Rating: 1.5 stars
Behind-the-scenes casting decisions are rarely made public—it’s only way after the fact that we discover that John Travolta turned down the Richard Gere role in American Gigolo, or that Mel Gibson was tapped to play Russell Crowe’s part in Gladiator—but it seems pretty clear to me that Rainn Wilson was not the first choice for The Rocker. The role practically screams Jack Black, and, frankly, he would’ve been better at it.
I like Rainn Wilson well enough—he was deliciously creepy in Six Feet Under and brings his own strange, uptight energy to The Office. But he’s not leading man material. Okay, maybe in some sort of Vincent Gallo-helmed indie film, but in a lovable family-style romp, not so much. His eccentricity has too much of an edge.
In The Rocker, Wilson plays drummer Robert “Fish” Fishman, who was kicked out of the 80’s metal band Vesuvius right before they made it big. (Don’t even ask me to decode the horribly unfunny opening scene where Fish, upon hearing of his ouster from the band, attacks his former bandmates with superhuman strength.) Now, 20 years later, he’s working a low-end job and still bristles at the mere mention of the word Vesuvius. (In another miscue, Vesuvius are still playing metal and still big—please name for me one other 80’s hair band that is relevant today.)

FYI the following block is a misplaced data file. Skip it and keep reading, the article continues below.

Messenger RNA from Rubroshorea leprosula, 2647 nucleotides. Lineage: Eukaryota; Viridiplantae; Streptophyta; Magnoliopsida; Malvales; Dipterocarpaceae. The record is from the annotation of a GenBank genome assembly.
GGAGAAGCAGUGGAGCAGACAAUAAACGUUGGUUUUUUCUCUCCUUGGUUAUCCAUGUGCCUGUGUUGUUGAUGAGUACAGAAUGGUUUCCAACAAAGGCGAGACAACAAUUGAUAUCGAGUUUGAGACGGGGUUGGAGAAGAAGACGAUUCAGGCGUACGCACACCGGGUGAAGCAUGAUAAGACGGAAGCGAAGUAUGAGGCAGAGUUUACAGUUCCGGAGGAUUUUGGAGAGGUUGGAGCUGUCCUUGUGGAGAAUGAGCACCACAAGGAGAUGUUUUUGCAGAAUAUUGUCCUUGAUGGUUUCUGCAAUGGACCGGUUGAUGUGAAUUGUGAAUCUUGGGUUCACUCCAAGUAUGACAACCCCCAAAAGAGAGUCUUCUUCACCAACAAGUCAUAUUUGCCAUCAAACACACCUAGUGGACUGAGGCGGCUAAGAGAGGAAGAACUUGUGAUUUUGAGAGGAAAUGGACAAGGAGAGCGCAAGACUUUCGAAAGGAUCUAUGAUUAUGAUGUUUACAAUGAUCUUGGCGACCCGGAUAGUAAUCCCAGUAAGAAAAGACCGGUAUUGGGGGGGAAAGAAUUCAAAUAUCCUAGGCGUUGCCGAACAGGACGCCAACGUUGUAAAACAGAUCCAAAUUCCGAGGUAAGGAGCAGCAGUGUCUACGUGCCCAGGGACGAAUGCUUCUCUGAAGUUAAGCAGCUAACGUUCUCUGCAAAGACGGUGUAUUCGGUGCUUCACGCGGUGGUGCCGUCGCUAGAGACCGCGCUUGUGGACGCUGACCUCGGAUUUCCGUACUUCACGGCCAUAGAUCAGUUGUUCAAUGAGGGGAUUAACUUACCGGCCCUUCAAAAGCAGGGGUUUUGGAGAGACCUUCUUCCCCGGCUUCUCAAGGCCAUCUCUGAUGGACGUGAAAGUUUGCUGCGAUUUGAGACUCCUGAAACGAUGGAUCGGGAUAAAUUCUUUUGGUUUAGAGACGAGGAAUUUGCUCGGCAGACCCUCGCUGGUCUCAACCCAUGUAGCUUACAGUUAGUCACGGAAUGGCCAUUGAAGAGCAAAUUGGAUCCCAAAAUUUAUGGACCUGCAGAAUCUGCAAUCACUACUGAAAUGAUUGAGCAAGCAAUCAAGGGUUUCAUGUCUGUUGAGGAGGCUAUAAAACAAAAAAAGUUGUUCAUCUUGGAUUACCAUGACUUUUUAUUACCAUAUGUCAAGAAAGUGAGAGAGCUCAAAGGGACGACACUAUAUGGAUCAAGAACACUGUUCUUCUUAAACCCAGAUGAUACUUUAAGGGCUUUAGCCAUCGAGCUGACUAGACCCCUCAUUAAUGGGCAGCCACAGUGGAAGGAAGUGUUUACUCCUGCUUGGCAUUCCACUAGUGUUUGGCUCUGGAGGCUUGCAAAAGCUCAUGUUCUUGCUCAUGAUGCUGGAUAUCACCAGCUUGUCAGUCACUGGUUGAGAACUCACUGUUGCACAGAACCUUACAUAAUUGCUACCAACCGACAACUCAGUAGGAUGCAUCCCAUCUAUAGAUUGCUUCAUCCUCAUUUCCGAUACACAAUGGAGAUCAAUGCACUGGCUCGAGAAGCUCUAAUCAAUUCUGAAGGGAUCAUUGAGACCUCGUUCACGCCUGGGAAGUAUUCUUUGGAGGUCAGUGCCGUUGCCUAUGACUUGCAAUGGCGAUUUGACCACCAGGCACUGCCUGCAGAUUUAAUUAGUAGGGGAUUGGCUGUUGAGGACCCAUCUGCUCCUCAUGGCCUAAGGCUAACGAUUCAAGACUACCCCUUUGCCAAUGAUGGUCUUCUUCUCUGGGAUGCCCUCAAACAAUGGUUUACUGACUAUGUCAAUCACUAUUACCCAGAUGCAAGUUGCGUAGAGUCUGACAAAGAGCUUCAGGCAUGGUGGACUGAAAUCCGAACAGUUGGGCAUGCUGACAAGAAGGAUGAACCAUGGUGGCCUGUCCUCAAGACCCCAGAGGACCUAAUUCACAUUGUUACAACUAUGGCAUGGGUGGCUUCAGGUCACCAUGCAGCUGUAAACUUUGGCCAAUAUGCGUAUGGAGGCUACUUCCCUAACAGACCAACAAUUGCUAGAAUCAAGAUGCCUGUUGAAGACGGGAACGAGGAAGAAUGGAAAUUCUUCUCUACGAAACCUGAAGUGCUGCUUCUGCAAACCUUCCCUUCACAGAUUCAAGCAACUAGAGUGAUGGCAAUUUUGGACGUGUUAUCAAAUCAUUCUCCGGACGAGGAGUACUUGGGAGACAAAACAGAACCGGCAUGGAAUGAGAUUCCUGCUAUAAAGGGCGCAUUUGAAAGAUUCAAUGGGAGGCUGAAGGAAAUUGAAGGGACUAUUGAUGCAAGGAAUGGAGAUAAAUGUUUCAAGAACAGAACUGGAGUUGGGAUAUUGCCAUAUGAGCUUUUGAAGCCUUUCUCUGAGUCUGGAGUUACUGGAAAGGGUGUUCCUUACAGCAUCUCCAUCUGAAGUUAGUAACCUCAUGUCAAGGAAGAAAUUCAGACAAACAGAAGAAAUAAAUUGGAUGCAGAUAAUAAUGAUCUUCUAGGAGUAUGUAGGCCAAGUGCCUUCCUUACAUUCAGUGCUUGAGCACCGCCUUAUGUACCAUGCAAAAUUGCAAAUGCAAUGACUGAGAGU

Eventually, his bitterness and unwillingness to grow up leave him jobless and homeless. He’s forced to bunk in the spare bedroom of his big sister (Jane Lynch, wasted), who lives with her dopey, “everyone’s life is cooler than mine” husband (Jeff Garlin), and her overweight, nerdy son Matt (Josh Gad, clearly Jonah Hill also refused the part), who plays in a band.
Needless to say, the band will need a drummer and Fish will agree to fill in, suddenly living out his rock and roll fantasies for the second time.
Pop cutie Teddy Geiger plays the band’s mopey lead singer Curtis and Christina Applegate, winning as ever, plays his sexy mom (and a love interest for Fish—yeah, right). I liked rising starlet Emma Stone as the band’s perma-scowl sporting bass player, who harbors a secret crush on Curtis.
But The Rocker is simply unfunny, uninspired, and at times, desperately gross (Fish likes to vomit into his shirt pocket before gigs). There’s a lot of music—mediocre, Jonas Brothers style kiddie rock—which adds little to the proceedings. The Rocker feels like the work of a cover band—a game imitation, but nowhere close to the real thing.